How you feel about the hit-or-miss neo-spaghetti-Western The Last Stand may depend on how much you really missed Schwarzenegger while he was taking time off from acting to serve two terms as governor of California.
When Lucas (Nikolaj Coster-Waldau) and Annabel (Jessica Chastain) welcome his orphaned nieces (Isabelle Nelisse, left, and Megan Charpentier) into their home, they also inadvertently welcome one particularly malevolent spirit.
Credit Universal Pictures
Lilly and Victoria provide a haunting presence at the heart of <em>Mama</em>, a horror film backed by executive producer Guillermo del Toro.
As an investigation into American municipal corruption, Broken City is, well, damaged. But as an opportunity for hard-boiled types to trade threats, blows and caustic banter, this modern-day noir works reasonably well.
The story begins in a New York housing project, where scruffy undercover cop Billy Taggart (Mark Wahlberg) has just dispatched a felon. The victim had it coming, it seems, but that doesn't mean the shooting is strictly legit.
Bruno Dumont just wasn't made for these cinematic times. Rather than cajole and flatter his viewers, the French filmmaker intentionally alienates and mystifies them. Like his five previous movies, the new Hors Satan is stark, strange and uncompromisingly personal. It's also vivid and unforgettable.
This image from video provided by the SITE Intel Group made available Thursday Jan. 17, 2013, purports to show militant militia leader Mokhtar Belmokhtar. News reports say he may have been responsible for the Western hostages' being taken at a gas plant in Algeria.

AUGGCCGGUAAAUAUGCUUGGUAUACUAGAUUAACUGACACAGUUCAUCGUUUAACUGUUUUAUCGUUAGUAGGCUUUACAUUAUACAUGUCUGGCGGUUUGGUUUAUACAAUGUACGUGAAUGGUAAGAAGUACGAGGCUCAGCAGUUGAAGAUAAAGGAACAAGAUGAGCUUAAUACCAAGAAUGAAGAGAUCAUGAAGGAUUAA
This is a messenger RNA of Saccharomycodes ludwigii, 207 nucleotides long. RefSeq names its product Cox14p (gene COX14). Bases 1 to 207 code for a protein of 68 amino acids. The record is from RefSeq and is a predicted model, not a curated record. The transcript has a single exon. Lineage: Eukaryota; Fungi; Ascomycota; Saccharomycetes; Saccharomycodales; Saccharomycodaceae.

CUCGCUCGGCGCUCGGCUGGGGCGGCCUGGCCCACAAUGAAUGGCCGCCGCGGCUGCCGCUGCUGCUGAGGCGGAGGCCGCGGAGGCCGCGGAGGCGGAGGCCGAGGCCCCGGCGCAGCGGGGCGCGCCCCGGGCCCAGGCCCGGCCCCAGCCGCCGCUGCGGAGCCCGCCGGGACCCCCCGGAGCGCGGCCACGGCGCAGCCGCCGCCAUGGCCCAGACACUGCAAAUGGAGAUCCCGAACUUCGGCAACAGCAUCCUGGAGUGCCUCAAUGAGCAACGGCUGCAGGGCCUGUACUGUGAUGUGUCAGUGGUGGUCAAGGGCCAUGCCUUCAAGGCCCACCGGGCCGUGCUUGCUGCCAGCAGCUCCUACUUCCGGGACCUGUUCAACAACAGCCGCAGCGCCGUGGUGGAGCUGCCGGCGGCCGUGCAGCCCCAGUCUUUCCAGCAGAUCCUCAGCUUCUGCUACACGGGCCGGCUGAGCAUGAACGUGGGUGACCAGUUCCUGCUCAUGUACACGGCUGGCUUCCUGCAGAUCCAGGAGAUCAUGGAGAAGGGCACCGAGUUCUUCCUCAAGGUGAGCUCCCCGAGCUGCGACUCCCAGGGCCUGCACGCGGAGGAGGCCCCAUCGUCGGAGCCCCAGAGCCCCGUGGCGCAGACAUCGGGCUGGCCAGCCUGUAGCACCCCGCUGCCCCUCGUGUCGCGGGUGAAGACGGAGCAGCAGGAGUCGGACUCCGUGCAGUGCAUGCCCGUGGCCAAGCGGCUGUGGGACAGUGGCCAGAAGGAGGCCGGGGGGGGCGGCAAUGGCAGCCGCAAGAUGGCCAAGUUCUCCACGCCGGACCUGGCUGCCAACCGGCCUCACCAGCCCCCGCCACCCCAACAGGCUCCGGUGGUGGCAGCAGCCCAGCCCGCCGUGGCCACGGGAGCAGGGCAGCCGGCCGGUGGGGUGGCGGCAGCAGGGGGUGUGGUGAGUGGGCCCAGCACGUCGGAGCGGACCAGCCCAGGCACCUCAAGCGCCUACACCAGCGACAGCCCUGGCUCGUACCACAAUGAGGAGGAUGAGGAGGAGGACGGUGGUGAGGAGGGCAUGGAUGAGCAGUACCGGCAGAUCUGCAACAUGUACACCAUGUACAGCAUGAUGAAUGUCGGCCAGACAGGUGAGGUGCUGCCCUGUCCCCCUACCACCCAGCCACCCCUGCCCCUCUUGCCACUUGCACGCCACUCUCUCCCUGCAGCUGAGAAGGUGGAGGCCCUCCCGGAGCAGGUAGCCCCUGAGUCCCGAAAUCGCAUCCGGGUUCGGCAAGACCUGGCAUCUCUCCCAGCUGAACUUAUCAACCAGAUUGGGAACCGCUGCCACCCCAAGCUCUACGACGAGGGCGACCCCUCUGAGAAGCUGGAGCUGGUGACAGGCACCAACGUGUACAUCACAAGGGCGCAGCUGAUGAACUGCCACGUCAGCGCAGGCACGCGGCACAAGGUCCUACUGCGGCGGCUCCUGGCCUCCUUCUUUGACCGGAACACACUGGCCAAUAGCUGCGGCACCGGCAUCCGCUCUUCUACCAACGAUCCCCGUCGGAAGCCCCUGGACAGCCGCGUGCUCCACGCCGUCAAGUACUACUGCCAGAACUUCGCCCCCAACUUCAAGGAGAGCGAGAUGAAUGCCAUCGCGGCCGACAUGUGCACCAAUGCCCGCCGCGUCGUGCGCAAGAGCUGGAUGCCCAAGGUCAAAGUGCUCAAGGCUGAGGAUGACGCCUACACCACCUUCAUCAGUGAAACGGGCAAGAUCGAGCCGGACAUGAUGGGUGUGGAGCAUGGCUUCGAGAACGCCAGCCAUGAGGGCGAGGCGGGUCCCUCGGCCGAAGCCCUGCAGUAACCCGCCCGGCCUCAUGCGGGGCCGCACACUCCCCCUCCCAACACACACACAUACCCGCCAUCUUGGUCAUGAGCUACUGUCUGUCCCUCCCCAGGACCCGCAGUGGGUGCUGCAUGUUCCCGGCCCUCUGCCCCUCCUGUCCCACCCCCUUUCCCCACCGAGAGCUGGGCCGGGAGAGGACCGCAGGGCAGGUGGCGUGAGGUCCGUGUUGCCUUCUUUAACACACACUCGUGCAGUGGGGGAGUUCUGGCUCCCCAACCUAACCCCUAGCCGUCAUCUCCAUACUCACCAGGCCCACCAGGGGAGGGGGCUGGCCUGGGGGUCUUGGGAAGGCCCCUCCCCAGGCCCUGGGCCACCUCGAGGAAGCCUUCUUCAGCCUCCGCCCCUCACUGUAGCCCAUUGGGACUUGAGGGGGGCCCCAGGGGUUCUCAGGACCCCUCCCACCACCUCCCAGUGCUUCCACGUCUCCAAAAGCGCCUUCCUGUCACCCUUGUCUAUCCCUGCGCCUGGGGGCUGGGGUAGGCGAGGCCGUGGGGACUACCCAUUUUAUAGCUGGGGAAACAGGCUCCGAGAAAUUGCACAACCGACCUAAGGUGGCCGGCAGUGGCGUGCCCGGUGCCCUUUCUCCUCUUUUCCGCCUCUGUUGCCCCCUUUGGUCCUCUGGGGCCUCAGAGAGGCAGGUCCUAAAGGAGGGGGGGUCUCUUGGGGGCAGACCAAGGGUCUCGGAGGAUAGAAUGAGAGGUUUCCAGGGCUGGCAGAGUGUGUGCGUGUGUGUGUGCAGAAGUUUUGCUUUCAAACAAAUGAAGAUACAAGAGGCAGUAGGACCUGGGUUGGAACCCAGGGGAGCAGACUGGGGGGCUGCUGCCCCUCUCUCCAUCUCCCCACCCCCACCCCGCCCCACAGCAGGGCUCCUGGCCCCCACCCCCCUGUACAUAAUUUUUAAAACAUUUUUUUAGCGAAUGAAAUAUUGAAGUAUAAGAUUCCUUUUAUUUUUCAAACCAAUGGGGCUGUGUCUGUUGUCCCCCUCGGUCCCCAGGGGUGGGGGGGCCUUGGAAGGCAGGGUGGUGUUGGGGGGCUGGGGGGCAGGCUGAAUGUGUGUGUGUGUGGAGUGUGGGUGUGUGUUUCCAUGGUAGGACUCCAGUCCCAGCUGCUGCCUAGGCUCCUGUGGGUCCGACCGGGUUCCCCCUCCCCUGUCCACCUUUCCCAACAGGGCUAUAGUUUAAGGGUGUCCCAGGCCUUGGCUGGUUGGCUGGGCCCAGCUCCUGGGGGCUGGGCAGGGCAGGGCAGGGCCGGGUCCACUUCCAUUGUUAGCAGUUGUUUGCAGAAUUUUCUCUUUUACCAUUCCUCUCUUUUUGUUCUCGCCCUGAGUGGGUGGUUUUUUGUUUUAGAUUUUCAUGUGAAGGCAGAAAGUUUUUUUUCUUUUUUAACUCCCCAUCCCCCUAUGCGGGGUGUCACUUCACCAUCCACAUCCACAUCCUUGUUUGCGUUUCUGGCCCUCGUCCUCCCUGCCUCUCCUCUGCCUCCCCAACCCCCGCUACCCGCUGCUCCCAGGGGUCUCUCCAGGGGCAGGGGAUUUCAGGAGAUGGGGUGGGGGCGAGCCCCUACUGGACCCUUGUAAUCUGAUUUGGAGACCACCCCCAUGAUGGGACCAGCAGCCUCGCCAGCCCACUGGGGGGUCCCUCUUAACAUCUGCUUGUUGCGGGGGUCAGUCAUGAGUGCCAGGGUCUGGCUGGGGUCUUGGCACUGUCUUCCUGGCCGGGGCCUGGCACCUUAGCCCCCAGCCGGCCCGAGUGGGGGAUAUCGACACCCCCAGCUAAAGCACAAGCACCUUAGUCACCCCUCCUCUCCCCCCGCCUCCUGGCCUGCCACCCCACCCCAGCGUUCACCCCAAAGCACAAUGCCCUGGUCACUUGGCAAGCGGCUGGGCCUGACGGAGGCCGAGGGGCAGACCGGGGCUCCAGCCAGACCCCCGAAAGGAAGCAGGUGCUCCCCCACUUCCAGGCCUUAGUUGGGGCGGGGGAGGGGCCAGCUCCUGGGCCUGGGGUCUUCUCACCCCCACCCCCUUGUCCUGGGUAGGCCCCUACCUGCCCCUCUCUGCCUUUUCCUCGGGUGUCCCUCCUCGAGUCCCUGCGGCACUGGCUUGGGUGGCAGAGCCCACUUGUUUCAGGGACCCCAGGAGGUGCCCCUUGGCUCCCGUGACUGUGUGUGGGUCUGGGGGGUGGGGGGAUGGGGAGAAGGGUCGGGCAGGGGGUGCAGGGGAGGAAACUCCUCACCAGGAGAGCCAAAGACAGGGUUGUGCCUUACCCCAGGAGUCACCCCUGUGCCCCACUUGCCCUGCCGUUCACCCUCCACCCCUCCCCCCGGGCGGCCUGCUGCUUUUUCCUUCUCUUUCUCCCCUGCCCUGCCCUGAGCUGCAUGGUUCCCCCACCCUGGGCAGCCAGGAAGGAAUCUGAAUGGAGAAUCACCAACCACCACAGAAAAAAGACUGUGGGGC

Mokhtar Belmokhtar has had a few skirmishes in his day.
The former Algerian soldier went to Afghanistan to join Islamist fighters battling the Soviets in the 1980s. He returned home and rose to prominence among the Islamist rebels who waged a nasty war with the Algerian government in the 1990s.
For the past decade, he's remained an elusive figure. He's believed to have spent most of his time in Algeria's Sahara and has been regarded as one of the top figures in al-Qaida in the Islamic Maghreb, or AQIM.
Robert Siegel talks with Alan Boswell, Africa Correspondent for McClatchy Newspapers, about the fight in Mali between French forces and Islamist militants. Boswell calls Mali the new front line in the war on terror.
The turmoil in Algeria, as well as in Mali, is a reminder of the complicated relationship that still exists between France and many of its former African colonies. Howard French has spent many years thinking and writing about that relationship. He's an associate professor at the Columbia University graduate school of journalism and a former long time foreign correspondent for the New York Times. Mr. French, welcome to the program.
The U.S. formally recognized the Somali government for the first time in 20 years on Thursday when Secretary of State Hillary Clinton met with Somali President Hassan Sheikh Mahamud at the State Department. Hassan is the first permanent Somali president since 1991 and faces a daunting task of rebuilding a nation torn by conflict and Islamist insurgencies.